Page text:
In the past, headlines about the Pentagon failing its financial audit again would never have caught my attention. But having been in the middle of this conversation when I served on one of the Defense Department’s advisory boards, I understand why the Pentagon can’t count. The experience taught me a valuable lesson about innovation and imagination in large organizations, and the difference visionary leadership — or the lack of it — can make. With audit costs approaching a billion dollars a year, the Pentagon had an opportunity to lead in modernizing auditing. Instead, it opted for more of the same.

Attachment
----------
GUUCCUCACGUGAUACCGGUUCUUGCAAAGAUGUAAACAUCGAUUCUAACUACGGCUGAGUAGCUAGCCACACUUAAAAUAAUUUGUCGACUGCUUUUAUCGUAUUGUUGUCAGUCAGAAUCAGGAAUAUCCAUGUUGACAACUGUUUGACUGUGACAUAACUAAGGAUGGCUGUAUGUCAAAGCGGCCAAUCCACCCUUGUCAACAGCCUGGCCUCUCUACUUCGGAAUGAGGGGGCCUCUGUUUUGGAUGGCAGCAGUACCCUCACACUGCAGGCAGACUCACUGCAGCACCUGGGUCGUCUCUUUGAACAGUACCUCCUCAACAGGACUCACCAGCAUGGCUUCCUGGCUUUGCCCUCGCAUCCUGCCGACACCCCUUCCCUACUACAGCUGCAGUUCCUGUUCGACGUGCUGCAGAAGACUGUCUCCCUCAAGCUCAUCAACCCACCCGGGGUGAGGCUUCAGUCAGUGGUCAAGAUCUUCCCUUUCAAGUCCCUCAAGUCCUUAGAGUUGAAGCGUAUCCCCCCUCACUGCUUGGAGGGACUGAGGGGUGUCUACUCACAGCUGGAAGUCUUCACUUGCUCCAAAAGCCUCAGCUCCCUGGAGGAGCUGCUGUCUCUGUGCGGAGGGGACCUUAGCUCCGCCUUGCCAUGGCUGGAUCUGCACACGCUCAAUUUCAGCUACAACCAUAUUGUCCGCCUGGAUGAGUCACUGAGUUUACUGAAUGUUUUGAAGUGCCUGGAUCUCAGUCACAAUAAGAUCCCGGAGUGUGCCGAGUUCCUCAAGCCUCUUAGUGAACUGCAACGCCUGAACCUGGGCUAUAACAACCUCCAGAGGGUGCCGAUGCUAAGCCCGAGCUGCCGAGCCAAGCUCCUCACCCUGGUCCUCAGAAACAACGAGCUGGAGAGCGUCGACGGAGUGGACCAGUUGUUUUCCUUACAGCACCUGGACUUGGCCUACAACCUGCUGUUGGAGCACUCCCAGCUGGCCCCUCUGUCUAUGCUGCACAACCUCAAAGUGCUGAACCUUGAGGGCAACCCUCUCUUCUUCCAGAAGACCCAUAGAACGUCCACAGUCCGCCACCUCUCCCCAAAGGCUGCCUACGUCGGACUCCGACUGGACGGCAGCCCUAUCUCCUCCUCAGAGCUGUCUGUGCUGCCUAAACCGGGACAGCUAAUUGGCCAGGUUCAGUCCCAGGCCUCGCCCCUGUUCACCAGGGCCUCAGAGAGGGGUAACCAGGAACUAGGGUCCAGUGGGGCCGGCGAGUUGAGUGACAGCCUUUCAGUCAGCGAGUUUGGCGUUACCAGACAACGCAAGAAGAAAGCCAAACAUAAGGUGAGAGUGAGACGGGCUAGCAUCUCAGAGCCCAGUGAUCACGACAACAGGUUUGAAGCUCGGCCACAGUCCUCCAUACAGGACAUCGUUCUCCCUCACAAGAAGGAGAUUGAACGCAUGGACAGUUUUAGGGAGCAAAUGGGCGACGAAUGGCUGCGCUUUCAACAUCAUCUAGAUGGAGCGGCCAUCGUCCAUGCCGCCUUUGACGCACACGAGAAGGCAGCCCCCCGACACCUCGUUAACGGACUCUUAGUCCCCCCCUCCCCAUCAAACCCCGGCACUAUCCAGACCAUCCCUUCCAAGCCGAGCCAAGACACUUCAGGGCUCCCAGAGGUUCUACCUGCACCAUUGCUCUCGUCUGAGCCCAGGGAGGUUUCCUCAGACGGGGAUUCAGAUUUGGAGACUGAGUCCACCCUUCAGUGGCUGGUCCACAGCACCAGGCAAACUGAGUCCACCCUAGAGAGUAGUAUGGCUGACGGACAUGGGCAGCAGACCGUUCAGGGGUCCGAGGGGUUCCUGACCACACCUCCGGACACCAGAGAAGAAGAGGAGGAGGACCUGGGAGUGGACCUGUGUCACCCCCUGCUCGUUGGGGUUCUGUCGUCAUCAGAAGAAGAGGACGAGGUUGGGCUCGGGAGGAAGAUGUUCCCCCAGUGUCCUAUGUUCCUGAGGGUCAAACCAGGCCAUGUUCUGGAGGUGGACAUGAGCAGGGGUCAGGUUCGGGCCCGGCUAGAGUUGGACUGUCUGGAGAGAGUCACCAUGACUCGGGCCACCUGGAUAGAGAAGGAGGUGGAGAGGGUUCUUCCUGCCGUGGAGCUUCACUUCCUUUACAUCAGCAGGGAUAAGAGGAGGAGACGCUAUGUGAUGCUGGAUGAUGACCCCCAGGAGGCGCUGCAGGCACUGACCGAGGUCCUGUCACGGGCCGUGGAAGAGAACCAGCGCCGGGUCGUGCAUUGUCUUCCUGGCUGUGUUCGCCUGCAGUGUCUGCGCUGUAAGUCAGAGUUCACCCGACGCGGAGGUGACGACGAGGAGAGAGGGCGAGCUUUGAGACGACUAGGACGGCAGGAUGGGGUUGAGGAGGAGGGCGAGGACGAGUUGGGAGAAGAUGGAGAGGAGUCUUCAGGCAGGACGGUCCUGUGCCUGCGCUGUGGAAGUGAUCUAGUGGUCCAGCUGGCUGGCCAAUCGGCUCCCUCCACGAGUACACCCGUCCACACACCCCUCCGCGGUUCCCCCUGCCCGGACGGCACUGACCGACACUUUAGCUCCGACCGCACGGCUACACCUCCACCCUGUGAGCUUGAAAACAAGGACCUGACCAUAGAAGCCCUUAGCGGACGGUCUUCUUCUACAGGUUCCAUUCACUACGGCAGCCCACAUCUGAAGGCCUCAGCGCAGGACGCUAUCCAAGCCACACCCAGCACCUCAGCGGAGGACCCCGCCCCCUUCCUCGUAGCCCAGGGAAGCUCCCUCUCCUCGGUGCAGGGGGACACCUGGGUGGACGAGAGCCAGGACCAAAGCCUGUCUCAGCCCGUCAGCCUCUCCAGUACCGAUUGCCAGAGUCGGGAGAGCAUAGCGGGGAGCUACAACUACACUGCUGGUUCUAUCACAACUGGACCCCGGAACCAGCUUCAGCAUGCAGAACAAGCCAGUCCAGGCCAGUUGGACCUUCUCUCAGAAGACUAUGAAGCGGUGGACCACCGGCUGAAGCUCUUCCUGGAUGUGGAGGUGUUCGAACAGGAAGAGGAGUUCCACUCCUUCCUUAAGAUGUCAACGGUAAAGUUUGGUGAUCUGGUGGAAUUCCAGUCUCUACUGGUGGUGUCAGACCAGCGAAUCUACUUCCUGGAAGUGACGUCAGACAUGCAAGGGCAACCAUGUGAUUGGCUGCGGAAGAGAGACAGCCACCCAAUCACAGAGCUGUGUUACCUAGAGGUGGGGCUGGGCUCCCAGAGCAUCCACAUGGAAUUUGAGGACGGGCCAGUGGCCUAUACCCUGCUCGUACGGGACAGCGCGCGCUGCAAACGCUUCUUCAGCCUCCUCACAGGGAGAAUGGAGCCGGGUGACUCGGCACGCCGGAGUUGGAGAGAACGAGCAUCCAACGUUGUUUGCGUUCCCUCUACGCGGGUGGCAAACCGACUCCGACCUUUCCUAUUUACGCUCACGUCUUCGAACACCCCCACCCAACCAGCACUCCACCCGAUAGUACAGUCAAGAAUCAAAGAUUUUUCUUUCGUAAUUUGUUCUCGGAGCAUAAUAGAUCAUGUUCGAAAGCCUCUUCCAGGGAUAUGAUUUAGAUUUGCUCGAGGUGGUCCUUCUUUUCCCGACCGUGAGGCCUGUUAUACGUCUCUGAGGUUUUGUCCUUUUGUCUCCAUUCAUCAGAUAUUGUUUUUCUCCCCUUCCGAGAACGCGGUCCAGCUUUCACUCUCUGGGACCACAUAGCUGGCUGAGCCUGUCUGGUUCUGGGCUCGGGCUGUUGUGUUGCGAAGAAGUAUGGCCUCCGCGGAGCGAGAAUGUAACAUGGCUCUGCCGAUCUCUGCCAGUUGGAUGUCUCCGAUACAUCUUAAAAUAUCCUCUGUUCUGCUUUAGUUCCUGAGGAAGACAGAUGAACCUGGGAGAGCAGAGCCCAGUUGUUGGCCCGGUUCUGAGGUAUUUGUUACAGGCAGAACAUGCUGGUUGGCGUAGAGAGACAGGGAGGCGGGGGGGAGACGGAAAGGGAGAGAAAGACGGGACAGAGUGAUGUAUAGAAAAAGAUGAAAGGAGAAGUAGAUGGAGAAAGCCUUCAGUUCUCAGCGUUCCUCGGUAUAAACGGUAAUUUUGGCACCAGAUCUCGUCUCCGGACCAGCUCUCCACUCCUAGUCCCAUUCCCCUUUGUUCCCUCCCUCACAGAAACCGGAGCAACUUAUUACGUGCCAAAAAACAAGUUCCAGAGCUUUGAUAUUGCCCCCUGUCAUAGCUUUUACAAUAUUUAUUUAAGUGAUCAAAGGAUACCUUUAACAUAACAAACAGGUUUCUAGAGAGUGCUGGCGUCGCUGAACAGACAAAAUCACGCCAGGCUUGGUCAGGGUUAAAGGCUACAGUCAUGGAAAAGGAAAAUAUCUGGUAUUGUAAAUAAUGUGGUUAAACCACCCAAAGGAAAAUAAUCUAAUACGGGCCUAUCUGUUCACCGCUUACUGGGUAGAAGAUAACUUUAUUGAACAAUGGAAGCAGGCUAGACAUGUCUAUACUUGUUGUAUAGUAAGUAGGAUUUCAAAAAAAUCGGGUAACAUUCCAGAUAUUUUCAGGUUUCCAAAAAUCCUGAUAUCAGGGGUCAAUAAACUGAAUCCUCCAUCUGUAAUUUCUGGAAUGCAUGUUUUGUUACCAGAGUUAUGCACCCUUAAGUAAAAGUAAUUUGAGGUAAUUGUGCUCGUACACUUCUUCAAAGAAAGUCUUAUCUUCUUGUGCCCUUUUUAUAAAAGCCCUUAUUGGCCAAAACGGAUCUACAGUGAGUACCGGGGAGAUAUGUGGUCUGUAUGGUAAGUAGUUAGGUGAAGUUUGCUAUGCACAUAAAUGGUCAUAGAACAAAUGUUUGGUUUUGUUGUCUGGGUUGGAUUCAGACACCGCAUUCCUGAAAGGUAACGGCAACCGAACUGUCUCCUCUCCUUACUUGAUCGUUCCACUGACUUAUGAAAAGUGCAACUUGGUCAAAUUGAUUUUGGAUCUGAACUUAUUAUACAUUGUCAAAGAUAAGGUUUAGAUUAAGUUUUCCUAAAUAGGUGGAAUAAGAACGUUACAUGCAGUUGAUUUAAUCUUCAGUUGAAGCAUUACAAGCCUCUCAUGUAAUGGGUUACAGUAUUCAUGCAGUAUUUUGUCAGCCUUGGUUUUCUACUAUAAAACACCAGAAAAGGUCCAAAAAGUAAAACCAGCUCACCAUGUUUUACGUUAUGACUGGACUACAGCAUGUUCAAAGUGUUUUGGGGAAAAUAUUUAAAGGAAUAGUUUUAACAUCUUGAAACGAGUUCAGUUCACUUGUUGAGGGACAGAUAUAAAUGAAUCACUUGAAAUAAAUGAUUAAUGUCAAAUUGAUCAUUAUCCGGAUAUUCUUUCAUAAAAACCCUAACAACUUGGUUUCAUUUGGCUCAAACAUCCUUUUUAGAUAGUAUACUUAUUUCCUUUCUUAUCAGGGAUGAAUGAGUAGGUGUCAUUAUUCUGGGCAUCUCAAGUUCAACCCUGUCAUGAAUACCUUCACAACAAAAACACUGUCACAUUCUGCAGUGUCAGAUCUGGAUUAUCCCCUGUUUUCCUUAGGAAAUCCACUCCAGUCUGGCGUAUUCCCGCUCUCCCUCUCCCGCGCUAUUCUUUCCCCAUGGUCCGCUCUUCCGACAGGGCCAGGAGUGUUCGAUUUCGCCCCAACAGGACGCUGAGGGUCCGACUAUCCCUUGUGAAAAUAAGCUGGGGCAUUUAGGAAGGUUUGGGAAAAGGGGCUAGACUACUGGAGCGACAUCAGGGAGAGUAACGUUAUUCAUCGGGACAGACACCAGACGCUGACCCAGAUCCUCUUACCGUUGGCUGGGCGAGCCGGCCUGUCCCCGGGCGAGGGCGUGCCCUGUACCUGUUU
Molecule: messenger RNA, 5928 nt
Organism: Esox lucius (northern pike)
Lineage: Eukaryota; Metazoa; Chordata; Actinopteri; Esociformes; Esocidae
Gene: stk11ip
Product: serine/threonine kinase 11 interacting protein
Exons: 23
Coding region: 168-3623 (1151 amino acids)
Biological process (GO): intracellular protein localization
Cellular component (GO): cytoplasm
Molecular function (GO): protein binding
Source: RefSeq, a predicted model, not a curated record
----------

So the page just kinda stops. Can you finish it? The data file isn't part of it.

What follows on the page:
Auditing the Department of Defense
By law, the Department of Defense has to provide Congress and the public with an assessment of where it spends its money and to provide transparency of its operations. A financial audit counts what the Department of Defense has, where it has it, and if it knows where its money is being spent.
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